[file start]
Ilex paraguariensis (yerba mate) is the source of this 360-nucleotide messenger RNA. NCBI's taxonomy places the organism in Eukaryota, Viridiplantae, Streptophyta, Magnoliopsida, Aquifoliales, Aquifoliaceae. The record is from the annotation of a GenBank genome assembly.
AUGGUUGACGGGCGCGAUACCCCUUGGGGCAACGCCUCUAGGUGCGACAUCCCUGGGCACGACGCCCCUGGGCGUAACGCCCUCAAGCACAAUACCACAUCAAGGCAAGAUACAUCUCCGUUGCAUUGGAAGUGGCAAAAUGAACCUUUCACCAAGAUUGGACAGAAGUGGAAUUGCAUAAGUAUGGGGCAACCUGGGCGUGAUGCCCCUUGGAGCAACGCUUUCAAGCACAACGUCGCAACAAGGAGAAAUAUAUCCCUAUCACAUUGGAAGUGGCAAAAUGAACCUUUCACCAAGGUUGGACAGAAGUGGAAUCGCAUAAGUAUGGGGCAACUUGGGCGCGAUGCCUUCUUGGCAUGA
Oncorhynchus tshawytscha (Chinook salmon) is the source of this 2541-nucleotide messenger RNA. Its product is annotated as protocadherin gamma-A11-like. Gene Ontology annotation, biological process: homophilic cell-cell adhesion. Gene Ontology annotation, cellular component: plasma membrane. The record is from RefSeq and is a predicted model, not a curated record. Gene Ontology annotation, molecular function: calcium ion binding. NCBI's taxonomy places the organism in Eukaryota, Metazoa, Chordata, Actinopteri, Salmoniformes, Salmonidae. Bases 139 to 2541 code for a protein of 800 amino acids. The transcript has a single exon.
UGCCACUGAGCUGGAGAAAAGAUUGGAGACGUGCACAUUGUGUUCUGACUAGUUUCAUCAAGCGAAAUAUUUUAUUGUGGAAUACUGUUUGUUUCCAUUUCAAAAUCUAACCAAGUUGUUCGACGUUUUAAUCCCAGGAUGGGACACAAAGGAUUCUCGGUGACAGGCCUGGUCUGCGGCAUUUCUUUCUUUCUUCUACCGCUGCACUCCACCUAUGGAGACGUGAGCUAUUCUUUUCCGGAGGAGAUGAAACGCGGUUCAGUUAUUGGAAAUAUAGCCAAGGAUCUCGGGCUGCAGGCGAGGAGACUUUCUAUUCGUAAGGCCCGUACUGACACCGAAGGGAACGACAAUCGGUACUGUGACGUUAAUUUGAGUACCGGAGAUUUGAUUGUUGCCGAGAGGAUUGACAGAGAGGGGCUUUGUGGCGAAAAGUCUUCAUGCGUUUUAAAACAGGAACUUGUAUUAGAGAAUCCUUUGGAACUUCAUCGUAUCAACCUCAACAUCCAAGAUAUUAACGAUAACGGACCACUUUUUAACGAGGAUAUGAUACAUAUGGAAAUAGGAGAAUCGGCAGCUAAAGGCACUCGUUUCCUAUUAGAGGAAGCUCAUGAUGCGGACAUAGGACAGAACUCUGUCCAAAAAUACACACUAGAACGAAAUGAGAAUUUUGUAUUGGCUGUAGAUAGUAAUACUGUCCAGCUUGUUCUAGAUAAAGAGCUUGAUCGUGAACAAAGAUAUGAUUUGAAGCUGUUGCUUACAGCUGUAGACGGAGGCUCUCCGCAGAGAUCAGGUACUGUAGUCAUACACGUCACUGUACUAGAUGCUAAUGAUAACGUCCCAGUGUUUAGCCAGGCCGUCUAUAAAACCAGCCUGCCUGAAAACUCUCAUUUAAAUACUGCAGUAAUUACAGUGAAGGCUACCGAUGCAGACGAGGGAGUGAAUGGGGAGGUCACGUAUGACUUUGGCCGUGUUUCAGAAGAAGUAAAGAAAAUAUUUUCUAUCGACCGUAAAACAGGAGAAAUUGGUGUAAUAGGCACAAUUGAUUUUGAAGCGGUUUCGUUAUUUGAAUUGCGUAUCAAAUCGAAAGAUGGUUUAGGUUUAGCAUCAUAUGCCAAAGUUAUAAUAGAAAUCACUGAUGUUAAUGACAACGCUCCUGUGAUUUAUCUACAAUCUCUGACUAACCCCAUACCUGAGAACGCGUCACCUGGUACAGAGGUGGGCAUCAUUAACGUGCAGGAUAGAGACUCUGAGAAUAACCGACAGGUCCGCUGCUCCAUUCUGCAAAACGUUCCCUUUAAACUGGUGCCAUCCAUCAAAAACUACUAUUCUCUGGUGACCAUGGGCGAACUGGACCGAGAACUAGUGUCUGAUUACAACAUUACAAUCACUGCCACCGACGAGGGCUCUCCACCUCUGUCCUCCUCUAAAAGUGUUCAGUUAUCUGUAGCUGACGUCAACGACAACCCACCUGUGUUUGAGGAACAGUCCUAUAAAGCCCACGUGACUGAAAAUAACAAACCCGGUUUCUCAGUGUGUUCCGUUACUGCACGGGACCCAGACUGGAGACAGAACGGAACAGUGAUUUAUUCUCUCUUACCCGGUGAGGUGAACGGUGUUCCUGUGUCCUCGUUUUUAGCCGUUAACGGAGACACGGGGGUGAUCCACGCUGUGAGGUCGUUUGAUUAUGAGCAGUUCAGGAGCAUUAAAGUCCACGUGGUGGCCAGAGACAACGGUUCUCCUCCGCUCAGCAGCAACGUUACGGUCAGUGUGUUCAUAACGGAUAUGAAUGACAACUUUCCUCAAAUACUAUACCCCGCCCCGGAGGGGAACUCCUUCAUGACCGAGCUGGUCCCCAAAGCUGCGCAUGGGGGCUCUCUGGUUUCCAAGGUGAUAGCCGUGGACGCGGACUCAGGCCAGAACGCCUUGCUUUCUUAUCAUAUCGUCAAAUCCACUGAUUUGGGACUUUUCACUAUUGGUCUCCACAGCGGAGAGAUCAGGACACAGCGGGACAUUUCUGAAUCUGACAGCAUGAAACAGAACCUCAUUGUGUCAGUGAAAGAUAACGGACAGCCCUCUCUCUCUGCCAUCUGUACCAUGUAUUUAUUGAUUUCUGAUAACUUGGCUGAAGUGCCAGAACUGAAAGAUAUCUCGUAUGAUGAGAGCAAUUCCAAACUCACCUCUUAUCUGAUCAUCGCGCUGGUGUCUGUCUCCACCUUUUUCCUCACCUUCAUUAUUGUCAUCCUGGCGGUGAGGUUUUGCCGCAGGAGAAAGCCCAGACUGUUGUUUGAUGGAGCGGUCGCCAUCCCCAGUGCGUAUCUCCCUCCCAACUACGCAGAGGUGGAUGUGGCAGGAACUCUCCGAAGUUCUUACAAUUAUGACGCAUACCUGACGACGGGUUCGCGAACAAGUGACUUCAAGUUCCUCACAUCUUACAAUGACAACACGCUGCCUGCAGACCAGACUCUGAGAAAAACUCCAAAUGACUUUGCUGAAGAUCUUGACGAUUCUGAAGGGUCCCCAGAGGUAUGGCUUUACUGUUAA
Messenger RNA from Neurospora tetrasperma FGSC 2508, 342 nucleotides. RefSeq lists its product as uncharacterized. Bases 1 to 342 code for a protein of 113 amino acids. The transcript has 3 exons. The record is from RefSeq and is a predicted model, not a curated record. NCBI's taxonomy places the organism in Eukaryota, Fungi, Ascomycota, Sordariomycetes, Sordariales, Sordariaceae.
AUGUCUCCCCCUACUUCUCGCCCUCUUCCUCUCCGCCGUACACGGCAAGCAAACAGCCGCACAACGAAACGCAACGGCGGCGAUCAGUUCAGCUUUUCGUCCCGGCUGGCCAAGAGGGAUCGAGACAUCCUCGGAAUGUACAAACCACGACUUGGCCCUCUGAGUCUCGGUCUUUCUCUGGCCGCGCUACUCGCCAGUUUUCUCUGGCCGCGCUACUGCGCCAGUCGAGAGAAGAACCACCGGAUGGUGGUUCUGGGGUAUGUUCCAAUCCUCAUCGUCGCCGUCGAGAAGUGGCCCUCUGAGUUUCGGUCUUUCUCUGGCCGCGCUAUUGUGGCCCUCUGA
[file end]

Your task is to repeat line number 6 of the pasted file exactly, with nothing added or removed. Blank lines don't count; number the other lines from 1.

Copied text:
AUGUCUCCCCCUACUUCUCGCCCUCUUCCUCUCCGCCGUACACGGCAAGCAAACAGCCGCACAACGAAACGCAACGGCGGCGAUCAGUUCAGCUUUUCGUCCCGGCUGGCCAAGAGGGAUCGAGACAUCCUCGGAAUGUACAAACCACGACUUGGCCCUCUGAGUCUCGGUCUUUCUCUGGCCGCGCUACUCGCCAGUUUUCUCUGGCCGCGCUACUGCGCCAGUCGAGAGAAGAACCACCGGAUGGUGGUUCUGGGGUAUGUUCCAAUCCUCAUCGUCGCCGUCGAGAAGUGGCCCUCUGAGUUUCGGUCUUUCUCUGGCCGCGCUAUUGUGGCCCUCUGA